MADISON — Here’s a fact that will likely surprise anyone who likes to joke, whine or fume about the weather in Wisconsin, which includes many of us: The sun shines over the Badger state more than half the time.

Tom Still

Still

Depending a bit on where you live in Wisconsin, you can expect to see the sun shining 190 out of 365 days a year, counting days that are partly sunny. That’s not Arizona-like sunshine, but it’s not Seattle, either.

Tapping into the sun to produce energy will likely account for 20 percent of Wisconsin’s electricity source by 2022, a trend underscored April 11 when the state Public Service Commission approved two large-scale solar projects that will nearly quintuple Wisconsin’s current solar energy capacity.

That percentage is on par with electricity produced today by nuclear plants in Wisconsin and, within five years, it will rival electricity generated from coal plants.

Why is solar energy, once something of a hobbyist curiosity, well on its way to becoming a major part of the electricity grid in Wisconsin and nationally?

There are three major reasons: The cost of solar production has gone down steadily; nuclear energy is stalled by waste storage, regulatory and cost issues; and coal is on its deathbed.

The latter may be the biggest single factor. White House efforts to prop up the coal industry aside, it has fallen out favor with utilities, regulators and consumers. From safety issues in mining to the health effects of air pollution to global climate change, coal is a dinosaur on its last legs.

By 2024, 10 gigawatts of coal-generation power (or 10 billion watts) will be retired in the Midwest alone, including 2,100 megawatts in Wisconsin.

That’s enough to power more than 7 million homes if they’re attached to a constant load without peaks. About 20 percent of the U.S. coal fleet has retired in recent years. While a handful of new plants are on drawing boards, most of them doomed to never be built.

Natural gas will likely pick up part of the slack, but alternatives such as solar and wind power will make up the rest.

“Solar is absolutely taking off,” said Greg Levesque, environmental and local affairs manager for the American Transmission Co., which owns no generation plants but builds lines for many. “This is an absolute revolution when it comes to providing reliable, clean power.”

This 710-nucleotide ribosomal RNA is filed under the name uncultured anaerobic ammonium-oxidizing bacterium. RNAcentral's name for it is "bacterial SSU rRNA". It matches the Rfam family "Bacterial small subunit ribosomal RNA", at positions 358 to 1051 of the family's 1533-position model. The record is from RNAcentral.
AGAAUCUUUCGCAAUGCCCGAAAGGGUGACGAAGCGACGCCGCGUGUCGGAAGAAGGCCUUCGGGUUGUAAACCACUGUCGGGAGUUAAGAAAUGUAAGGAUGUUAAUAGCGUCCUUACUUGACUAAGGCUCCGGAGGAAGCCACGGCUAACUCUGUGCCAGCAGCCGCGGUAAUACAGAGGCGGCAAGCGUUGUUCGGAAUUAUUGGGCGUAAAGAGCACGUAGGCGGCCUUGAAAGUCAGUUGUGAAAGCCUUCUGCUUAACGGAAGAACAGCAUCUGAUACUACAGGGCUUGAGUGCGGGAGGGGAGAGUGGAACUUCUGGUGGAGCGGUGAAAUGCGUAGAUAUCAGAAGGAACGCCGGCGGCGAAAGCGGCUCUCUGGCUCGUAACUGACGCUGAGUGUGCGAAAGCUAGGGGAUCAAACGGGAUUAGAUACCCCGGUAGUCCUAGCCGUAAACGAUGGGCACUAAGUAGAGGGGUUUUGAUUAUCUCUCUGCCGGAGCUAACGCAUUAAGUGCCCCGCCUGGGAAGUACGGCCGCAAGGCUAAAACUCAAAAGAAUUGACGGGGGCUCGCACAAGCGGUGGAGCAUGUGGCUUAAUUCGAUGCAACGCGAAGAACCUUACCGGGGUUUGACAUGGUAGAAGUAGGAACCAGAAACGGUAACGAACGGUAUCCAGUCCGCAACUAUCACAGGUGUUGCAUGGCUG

The solar farms approved by the PSC would generate enough electricity to power about 116,500 Wisconsin homes and offset about 623 metric tons over carbon dioxide.

Investment in the 300-megawatt Badger Hollow project in Iowa County and the 150-megawatt Two Creeks project south of Kewaunee would total $390 million, or $181 million less than other alternatives for meeting demand.

The two projects together would cover about 5,000 acres, which worries some people in rural Wisconsin but is seen by others as a reliable way for landowners to see a steady return on their investments.

“With solar energy, we will produce homegrown, healthy energy right here in Wisconsin for years to come and provide substantial economic benefits to the landowners and local governments who will host these projects,” said Tyler Huebner, executive director of RENEW Wisconsin, an advocacy group for renewable energy.

RENEW Wisconsin estimates Wisconsin ended 2018 with 103 megawatts of solar power, with about 80 percent of that residing in panels on homes and other buildings. The 450 megawatts approved by the PSC will come fully on line by 2021 and already has customers for at least two-thirds of the total.

Existing solar installations range from systems that run home water heaters to industrial applications that help to power, heat and cool large buildings. It’s somewhat of a distributed energy base today, which will likely continue even with the PSC approvals.

There are more than 200 solar companies in Wisconsin working in various parts of the supply chain, according to the Solar Energy Industries Association.

About 100 companies are installers and contractors, more than 40 are engaged in manufacturing, about 60 are developers and distributors, or work in financing, engineering and other support functions. Those firms collectively employ about 3,000 people and spread across the state.

Not all days in Wisconsin are sunny, but a warming climate for solar energy is making the most out of those that are.

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Tom Still is president of the Wisconsin Technology Council. He can be reached at tstill@wisconsintechnologycouncil.com.

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